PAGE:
Un-Gala in Celebration of Anne Barstow and Tom Driver

Saturday, October 18, 2014

The Presbyterian Peace Fellowship held an un-Gala in celebration of

Anne Barstow and Tom Driver 

Inaugural Recipients of the
Anne Barstow and Tom Driver Award for Excellence in Nonviolent Direct Action in Retirement 

On the occassion of the ten-year anniversary of the Colombia Accompaniment Program 

Saturday October 18, 2014

6:00 PM Wine and Cheese Reception
6:30 PM  Dinner and Program

The Stony Point Center
17 Crickettown Road Stony Point, NY

Keynote Speaker:
Chris Hedges, Pulitzer Prize winning journalist and author

Special Guest:
Germán Zárate-Durier, Iglesia Presbiteriana de Colombia

 Donate to PPF

 

Anne Barstow and Tom Driver became committed to peace and justice in Latin America in the 1980s. Upon retirement in the early 1990s, they became almost full time activists. At first they volunteered with Witness for Peace (WFP), an ecumenical organization committed to nonviolent accompaniment of Latin Americans suffering from injustices of U. S. policies. Anne and Tom joined or led many delegations to Nicaragua, Guatemala, El Salvador, Mexico, Haiti, Bolivia, Venezuela, and Colombia. Anne was an observer for WFP at crucial elections in El Salvador and Nicaragua. She took early retirement from teaching at SUNY in order to serve two terms as Chairperson of the WFP National Board.. Tom’s retirement from teaching at Union Seminary in New York coincided with a crisis in Haiti brought on by violent attacks on the burgeoning democracy movement there. In response he organized and chaired a WFP Task Force on Haiti, led many delegations there, and served on the Steering Committee of the WFP MidAtlantic Region.

The couple's work these days is done mostly through the Presbyterian Peace Fellowship (PPF). On its behalf, Tom edited a special issue of the journal Church and Society (Nov.-Dec., 2005) called Re-Thinking War, Re-Thinking Peace, and Making Peace, to which Anne contributed the article, "Preparing to Resist the Next War: A Summons to the Church." Anne is the founder of the Colombia Accompaniment Program, in which volunteers spend at least a month in violence-ridden Colombia. Ranging in age from 23 to 73, the volunteers lend presence and encouragement to Presbyterian church leaders there who are under threat of assassination, arbitrary arrest, or disappearance because of their advocacy of justice for Colombia's 4 million displaced persons. Together, Tom and Anne have made two documentary films: Colombia: The Next Vietnam? (2001) and Colombians Speak out About Violence and U.S. Policy (2003). Both widely distributed, the latter was shown in the 2004 Mountaintop Human Rights Film Festival in Vermont.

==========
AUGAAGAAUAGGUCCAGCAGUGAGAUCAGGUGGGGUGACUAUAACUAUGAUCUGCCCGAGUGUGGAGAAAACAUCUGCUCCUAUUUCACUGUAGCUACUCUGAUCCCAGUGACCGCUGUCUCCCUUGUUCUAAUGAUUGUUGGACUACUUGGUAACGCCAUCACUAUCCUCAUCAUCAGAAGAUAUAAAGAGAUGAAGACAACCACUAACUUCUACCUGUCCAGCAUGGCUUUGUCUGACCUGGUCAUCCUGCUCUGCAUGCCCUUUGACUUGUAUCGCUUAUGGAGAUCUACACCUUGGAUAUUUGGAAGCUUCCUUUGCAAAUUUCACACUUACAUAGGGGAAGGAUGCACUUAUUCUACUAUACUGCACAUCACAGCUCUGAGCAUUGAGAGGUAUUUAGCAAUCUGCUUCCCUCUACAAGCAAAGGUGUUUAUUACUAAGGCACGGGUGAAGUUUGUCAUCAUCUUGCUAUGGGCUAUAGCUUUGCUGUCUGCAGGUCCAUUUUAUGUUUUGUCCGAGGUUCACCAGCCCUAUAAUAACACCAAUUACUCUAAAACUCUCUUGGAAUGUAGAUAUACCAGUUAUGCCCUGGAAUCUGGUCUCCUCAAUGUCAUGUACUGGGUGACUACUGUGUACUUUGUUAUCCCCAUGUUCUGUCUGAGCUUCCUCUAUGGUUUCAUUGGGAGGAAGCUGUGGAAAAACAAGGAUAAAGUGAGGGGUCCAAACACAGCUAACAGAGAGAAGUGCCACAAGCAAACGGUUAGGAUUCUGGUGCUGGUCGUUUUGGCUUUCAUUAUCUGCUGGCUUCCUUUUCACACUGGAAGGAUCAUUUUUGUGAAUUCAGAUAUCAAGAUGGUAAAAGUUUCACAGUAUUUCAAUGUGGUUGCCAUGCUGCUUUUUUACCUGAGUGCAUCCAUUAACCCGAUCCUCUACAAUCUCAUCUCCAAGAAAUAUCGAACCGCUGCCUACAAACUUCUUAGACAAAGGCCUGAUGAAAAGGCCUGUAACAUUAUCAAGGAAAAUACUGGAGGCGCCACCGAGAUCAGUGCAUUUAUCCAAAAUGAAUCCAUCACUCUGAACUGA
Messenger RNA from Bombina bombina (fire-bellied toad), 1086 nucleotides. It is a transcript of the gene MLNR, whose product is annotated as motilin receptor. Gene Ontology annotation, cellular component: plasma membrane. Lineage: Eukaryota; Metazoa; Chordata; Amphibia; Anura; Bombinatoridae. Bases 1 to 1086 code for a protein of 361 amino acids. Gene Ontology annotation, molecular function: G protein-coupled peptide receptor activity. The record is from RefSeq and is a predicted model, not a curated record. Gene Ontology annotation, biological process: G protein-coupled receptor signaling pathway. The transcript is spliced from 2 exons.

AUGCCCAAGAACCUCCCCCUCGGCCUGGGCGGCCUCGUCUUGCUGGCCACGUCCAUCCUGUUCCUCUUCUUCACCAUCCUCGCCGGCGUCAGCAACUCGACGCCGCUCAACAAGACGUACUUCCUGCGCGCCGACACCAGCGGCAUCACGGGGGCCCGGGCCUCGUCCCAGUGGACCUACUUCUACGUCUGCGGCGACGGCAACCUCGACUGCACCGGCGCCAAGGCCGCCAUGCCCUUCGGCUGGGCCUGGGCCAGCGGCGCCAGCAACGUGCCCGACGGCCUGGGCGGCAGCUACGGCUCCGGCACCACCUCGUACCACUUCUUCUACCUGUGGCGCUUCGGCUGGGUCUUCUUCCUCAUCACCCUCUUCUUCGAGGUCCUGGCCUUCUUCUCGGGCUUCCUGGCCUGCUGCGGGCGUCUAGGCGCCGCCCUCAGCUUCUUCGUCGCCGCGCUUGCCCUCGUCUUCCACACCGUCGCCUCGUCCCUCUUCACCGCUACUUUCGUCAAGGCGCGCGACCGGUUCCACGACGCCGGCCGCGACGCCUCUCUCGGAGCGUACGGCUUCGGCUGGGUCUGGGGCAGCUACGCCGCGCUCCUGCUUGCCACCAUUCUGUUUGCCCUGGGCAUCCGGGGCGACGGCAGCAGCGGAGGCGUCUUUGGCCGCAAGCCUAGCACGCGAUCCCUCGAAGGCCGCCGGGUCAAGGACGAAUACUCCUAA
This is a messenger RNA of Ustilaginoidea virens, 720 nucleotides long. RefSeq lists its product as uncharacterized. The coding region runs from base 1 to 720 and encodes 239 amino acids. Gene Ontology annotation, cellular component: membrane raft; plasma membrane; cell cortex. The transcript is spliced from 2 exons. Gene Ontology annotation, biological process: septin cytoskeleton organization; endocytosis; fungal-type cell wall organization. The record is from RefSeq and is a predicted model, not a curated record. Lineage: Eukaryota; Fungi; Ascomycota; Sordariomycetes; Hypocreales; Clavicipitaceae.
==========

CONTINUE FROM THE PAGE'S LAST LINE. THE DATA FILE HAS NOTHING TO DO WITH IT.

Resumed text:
Anne has been arrested 4 times for acts of civil disobedience: protesting against nuclear arms, covert actions of the CIA, and the notorious School of the Americas at Fort Benning. Tom's similar acts on different occasions have led to one arrest. Tom and Anne received the Andrew Mellon Award from the Witherspoon Society in 2006, for accompanying the people of Nicaragua, Haiti, and Colombia. Anne, with Milton Mejia, received the 2006 PPF Peaceseeker Award for creating the Colombia Accompaniment Program. Tom and Anne are both experienced preachers and educators who bring a wealth of knowledge and insight to their presentations.

 

Chris Hedges spent two decades as a foreign correspondent. He reported on conflicts in Latin America, Africa, the Middle East and the Balkans. For fifteen of those years he worked for The New York Times as the Middle East Bureau Chief and the Balkan Bureau Chief during the war in Bosnia. He reported on Al Qaeda while based in Paris. He and a team of reporters were awarded the Pulitizer Prize in 2002 for their coverage of global terrorism. Hedges left the paper after being issued a written reprimand by the editors for publicly denouncing the call by the Bush administration to invade Iraq. His first book, War is a Force That Gives Us Meaning, was a finalist for the National Book Critic's Circle Award. It explored what war does to individuals and societies, drawing on his experience in numerous conflicts. Hedges has since gone on to write twelve more books, including the New York Times best sellers American Fascists and his latest book Days of Destruction, Days of Revolt, which he did with the graphic artist Joe Sacco.

He has a B.A. in English Literature from Colgate University and a Master of Divinity from Harvard University. He also spent a year at Harvard studying classics as a Nieman Fellow. He has taught at Columbia University, Princeton University, New York University and the University of Toronto. He currently teaches English Literature to prisoners in New Jersey and helped his class last fall write a play about their experiences in prison that will be produced in New York in the fall of 2015.